Based on the first few seconds of a song, the part before the vocalist starts singing, you can judge whether the lyrics are more likely to detail a night of partying or a devastating breakup. The fact that musical structures can evoke certain emotions just as strongly as words can isn't a secret. But scientists now have a better idea of which language gets paired with which chords, according to their paper published in Royal Society Open Science.
For their study, researchers from Indiana University downloaded 90,000 songs from Ultimate Guitar, a site that allows users to upload the lyrics and chords from popular songs for musicians to reference. Next, they pulled data from labMT, which crowd-sources the emotional valence (positive and negative connotations) of words. They referred to the music recognition site Gracenote to determine where and when each song was produced.
Their new method for analyzing the relationship between music and lyrics confirmed long-held knowledge: that minor chords are associated with sad feelings and major chords with happy ones. Words with a negative valence, like "pain," "die," and "lost," are all more likely to fall on the minor side of the spectrum.
But outside of major chords, the researchers found that high-valence words tend to show up in a surprising place: seventh chords. These chords contain four notes at a time and can be played in both the major and minor keys. The lyrics associated with these chords are positive all around, but their mood varies slightly depending on the type of seventh. Dominant seventh chords, for example, are often paired with terms of endearment, like "baby", or "sweet." With minor seventh chords, the words "life" and "god" are overrepresented.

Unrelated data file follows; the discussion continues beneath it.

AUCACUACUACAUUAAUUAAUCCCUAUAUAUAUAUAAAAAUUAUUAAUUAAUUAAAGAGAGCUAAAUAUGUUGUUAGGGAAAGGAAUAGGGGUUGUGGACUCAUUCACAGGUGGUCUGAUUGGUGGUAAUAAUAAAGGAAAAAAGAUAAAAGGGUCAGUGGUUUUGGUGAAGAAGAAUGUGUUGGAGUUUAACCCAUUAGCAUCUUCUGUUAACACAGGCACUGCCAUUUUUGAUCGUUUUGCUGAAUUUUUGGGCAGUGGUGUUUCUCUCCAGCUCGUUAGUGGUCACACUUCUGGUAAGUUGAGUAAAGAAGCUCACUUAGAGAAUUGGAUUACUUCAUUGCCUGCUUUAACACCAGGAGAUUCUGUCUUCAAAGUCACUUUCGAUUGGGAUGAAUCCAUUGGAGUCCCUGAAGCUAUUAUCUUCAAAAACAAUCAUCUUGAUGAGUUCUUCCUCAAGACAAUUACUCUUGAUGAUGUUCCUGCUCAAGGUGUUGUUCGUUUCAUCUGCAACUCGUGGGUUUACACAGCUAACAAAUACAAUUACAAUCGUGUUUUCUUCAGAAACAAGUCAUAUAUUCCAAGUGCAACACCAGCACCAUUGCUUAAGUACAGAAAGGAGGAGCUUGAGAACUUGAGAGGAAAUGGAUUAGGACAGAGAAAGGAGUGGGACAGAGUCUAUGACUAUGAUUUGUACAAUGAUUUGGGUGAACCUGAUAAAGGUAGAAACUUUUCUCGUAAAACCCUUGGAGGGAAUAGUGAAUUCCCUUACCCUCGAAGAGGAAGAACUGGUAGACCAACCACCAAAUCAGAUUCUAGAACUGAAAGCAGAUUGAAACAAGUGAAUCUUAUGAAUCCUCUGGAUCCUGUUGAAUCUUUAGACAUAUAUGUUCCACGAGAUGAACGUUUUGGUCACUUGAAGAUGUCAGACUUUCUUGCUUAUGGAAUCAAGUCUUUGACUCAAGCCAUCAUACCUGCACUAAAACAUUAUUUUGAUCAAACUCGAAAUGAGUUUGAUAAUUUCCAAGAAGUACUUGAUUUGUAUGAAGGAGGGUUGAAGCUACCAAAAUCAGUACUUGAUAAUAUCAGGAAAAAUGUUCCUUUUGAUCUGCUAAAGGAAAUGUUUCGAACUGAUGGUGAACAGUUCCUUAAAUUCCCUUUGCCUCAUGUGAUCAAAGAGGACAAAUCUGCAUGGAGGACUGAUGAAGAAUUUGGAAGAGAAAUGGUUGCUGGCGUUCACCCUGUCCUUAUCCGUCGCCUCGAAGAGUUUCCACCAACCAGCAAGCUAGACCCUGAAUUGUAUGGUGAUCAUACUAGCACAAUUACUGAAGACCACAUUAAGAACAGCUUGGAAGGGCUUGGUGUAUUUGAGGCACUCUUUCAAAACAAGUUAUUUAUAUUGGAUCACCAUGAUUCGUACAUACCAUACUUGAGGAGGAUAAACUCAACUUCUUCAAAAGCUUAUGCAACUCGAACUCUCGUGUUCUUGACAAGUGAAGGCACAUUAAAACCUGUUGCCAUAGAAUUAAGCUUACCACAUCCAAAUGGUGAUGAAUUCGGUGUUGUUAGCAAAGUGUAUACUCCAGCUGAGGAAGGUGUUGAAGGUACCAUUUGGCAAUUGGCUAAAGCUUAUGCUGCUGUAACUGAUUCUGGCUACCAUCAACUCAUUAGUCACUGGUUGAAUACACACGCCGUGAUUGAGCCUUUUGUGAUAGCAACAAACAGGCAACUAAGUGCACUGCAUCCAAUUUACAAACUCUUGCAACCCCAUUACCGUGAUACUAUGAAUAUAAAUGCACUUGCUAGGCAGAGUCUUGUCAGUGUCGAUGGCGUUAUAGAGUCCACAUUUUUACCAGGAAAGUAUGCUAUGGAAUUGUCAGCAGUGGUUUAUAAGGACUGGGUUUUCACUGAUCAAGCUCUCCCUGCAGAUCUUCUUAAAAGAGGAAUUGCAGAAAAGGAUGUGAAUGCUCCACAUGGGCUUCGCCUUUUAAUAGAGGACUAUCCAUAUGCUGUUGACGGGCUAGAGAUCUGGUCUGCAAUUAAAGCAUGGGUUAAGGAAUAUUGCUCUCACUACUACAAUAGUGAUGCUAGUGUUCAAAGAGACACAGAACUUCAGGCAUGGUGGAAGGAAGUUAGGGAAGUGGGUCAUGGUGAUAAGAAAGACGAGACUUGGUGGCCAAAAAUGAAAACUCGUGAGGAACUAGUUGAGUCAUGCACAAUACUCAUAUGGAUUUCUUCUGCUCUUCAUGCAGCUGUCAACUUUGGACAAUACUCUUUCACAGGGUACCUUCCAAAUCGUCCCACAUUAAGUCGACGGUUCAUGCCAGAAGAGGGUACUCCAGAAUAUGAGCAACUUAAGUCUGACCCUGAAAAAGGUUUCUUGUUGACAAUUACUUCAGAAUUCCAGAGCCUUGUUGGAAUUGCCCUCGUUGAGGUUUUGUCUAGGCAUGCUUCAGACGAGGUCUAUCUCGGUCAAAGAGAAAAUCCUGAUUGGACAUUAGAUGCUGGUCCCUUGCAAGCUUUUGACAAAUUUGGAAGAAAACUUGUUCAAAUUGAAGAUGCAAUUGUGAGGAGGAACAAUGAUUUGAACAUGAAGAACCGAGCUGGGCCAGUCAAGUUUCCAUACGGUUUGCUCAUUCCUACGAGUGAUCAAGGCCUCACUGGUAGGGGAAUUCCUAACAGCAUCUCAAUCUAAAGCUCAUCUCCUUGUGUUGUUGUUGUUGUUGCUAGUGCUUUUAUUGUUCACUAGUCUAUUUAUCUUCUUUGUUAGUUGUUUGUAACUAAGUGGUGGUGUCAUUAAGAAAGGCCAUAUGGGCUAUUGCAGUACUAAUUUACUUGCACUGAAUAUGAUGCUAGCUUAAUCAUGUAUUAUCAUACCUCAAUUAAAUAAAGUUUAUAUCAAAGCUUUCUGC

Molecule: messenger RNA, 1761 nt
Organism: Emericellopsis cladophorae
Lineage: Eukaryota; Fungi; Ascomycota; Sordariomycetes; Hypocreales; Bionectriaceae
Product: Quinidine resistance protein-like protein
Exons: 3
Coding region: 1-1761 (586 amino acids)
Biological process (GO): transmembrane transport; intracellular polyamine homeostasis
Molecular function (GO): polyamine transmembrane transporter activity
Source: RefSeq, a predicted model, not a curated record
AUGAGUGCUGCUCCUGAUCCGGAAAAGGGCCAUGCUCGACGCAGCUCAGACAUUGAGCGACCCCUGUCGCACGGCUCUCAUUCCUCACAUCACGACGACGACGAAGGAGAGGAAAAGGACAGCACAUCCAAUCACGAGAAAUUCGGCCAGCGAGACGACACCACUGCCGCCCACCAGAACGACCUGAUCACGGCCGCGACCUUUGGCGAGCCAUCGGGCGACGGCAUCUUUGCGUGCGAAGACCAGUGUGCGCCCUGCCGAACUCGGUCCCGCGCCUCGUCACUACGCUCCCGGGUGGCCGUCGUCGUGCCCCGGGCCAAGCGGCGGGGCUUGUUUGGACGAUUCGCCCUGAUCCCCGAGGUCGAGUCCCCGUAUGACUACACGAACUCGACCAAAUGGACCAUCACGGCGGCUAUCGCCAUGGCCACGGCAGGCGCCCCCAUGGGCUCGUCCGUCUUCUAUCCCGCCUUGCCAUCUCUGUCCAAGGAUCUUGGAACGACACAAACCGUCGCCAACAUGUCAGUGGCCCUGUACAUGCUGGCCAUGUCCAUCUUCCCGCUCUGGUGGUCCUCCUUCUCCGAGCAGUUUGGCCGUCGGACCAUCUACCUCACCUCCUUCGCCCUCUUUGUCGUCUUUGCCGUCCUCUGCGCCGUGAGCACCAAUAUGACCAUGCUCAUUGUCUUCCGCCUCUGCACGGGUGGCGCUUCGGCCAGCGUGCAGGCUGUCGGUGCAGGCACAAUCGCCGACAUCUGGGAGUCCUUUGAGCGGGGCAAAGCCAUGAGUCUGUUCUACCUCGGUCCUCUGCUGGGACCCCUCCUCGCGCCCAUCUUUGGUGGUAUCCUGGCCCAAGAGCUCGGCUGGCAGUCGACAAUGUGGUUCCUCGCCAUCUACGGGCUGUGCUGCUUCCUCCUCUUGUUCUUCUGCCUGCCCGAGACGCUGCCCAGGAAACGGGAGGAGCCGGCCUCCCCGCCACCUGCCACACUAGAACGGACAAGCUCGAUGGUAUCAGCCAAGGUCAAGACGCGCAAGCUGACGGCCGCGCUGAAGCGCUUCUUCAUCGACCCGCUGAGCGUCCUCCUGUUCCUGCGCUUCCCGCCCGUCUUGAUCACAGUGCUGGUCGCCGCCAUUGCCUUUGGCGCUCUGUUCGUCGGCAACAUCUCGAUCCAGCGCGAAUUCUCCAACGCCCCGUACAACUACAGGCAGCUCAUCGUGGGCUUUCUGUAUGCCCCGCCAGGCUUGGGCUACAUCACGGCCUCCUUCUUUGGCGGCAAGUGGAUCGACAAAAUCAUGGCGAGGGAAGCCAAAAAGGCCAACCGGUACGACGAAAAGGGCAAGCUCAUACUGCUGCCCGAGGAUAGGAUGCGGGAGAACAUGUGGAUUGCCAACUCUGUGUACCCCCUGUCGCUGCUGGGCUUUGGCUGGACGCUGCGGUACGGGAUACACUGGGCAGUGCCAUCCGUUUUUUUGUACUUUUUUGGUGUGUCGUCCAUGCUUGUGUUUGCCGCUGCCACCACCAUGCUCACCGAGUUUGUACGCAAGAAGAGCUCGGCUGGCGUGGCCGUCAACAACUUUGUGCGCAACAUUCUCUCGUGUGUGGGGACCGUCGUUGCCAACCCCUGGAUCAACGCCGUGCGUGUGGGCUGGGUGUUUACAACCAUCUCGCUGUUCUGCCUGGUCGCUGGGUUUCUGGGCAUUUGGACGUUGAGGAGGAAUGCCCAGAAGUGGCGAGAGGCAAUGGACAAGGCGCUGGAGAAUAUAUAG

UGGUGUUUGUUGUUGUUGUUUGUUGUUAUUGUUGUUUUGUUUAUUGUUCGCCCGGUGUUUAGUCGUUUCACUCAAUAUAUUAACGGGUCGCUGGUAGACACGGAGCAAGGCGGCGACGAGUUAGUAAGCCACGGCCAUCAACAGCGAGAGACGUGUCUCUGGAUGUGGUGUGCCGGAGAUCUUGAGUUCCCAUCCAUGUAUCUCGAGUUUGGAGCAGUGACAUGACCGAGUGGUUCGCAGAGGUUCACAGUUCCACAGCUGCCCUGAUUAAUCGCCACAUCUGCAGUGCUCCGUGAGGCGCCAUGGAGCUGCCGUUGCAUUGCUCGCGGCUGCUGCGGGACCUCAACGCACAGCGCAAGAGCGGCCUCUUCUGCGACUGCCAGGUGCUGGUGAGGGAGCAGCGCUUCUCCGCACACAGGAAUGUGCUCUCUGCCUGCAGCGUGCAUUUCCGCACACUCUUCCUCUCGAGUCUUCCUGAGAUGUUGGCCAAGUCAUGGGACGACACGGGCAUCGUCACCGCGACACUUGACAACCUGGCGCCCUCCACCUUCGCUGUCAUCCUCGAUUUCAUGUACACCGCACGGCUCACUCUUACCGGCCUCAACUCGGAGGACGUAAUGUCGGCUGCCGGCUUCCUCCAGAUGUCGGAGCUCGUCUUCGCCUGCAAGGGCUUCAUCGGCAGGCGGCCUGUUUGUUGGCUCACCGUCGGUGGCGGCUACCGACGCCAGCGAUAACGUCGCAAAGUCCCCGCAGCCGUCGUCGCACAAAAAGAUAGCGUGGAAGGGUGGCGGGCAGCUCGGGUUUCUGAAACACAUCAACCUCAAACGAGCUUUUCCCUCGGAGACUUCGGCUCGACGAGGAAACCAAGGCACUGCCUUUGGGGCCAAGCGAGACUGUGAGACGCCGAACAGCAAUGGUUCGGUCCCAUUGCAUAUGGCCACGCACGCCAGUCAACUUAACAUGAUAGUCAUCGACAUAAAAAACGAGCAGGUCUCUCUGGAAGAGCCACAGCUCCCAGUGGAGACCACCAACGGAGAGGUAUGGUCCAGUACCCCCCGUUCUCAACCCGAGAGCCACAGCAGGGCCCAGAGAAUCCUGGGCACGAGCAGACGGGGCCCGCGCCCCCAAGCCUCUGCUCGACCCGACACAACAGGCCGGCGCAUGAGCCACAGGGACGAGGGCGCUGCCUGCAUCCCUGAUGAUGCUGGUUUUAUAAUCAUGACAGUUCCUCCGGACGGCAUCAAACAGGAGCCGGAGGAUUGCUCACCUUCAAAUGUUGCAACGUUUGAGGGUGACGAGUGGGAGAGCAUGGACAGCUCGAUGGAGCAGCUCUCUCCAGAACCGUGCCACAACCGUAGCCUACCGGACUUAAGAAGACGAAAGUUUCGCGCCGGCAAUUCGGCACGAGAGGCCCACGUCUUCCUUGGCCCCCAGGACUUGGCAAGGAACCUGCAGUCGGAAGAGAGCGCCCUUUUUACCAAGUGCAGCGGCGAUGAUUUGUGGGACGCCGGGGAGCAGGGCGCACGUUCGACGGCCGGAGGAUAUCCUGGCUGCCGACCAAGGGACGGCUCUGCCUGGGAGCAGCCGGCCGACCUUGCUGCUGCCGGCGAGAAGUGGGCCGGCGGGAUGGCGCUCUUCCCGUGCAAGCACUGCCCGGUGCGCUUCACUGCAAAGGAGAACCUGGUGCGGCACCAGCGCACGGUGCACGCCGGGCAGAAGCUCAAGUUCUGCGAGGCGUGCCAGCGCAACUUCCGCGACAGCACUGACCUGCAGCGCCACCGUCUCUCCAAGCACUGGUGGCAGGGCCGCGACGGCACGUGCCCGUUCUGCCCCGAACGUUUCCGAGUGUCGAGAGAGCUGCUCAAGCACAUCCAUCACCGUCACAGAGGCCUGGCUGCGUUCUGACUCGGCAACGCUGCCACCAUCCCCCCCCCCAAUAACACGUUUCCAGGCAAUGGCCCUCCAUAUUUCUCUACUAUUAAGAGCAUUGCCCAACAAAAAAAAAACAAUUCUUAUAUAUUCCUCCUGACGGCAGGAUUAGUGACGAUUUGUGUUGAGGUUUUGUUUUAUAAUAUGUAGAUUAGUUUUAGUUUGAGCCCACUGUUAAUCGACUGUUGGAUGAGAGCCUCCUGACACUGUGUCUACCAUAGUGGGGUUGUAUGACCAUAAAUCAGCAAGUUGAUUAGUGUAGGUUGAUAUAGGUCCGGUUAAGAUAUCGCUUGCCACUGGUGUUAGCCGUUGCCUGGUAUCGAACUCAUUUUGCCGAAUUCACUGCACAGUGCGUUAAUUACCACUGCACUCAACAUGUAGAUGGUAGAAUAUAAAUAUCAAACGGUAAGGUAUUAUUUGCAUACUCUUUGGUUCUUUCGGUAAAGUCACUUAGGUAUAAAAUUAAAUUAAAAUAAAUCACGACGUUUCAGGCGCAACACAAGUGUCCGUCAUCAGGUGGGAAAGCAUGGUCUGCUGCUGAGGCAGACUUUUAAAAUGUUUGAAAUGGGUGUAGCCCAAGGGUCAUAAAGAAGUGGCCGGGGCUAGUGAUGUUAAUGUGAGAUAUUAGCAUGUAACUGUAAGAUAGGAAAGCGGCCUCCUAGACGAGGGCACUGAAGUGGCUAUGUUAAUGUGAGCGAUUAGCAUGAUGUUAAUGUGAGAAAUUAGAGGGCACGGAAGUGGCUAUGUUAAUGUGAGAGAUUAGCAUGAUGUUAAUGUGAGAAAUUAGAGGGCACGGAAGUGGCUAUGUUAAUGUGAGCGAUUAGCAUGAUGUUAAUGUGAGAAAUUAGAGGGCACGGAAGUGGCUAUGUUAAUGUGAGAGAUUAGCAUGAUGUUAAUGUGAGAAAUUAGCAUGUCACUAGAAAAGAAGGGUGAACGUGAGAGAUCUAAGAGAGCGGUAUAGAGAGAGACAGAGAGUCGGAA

Using their data, the researchers also looked at how lyric and chord valence differs between genres, regions, and eras. Sixties rock ranks highest in terms of positivity while punk and metal occupy the bottom slots. As for geography, Scandinavia (think Norwegian death metal) produces the dreariest music while songs from Asia (like K-Pop) are the happiest. So if you're looking for a song to boost your mood, we suggest digging up some Asian rock music from the 1960s, and make sure it's heavy on the seventh chords.
David Bowie was born in London, and spent his final years in New York. Which makes it fitting that an acclaimed traveling retrospective of the rocker’s career will end at the Brooklyn Museum in 2018, five years after it first kicked off at London's Victoria and Albert Museum.
Following a whirlwind global tour, “David Bowie is” will debut at the Brooklyn Museum on March 2, 2018, and run until July 15, 2018. Curated by the V&A, it features around 400 objects from the singer’s archives, including stage costumes, handwritten lyrics, photographs, set designs, and Bowie’s very own instruments.
Together, these items trace Bowie’s evolution as a performer, and provide new insights into “the creative process of an artist whose sustained reinventions, innovative collaborations, and bold characterizations revolutionized the way we see music, inspiring people to shape their own identities while challenging social traditions,” according to the Brooklyn Museum.
“David Bowie is” has received nearly 2 million visitors since it left the V&A in 2013. Due to its overwhelming popularity, the show is a timed ticketed exhibition, with priority access reserved for Brooklyn Museum members and certain ticket holders.
Tickets are on sale now, but you can take a sneak peek at some artifacts from "David Bowie is" below.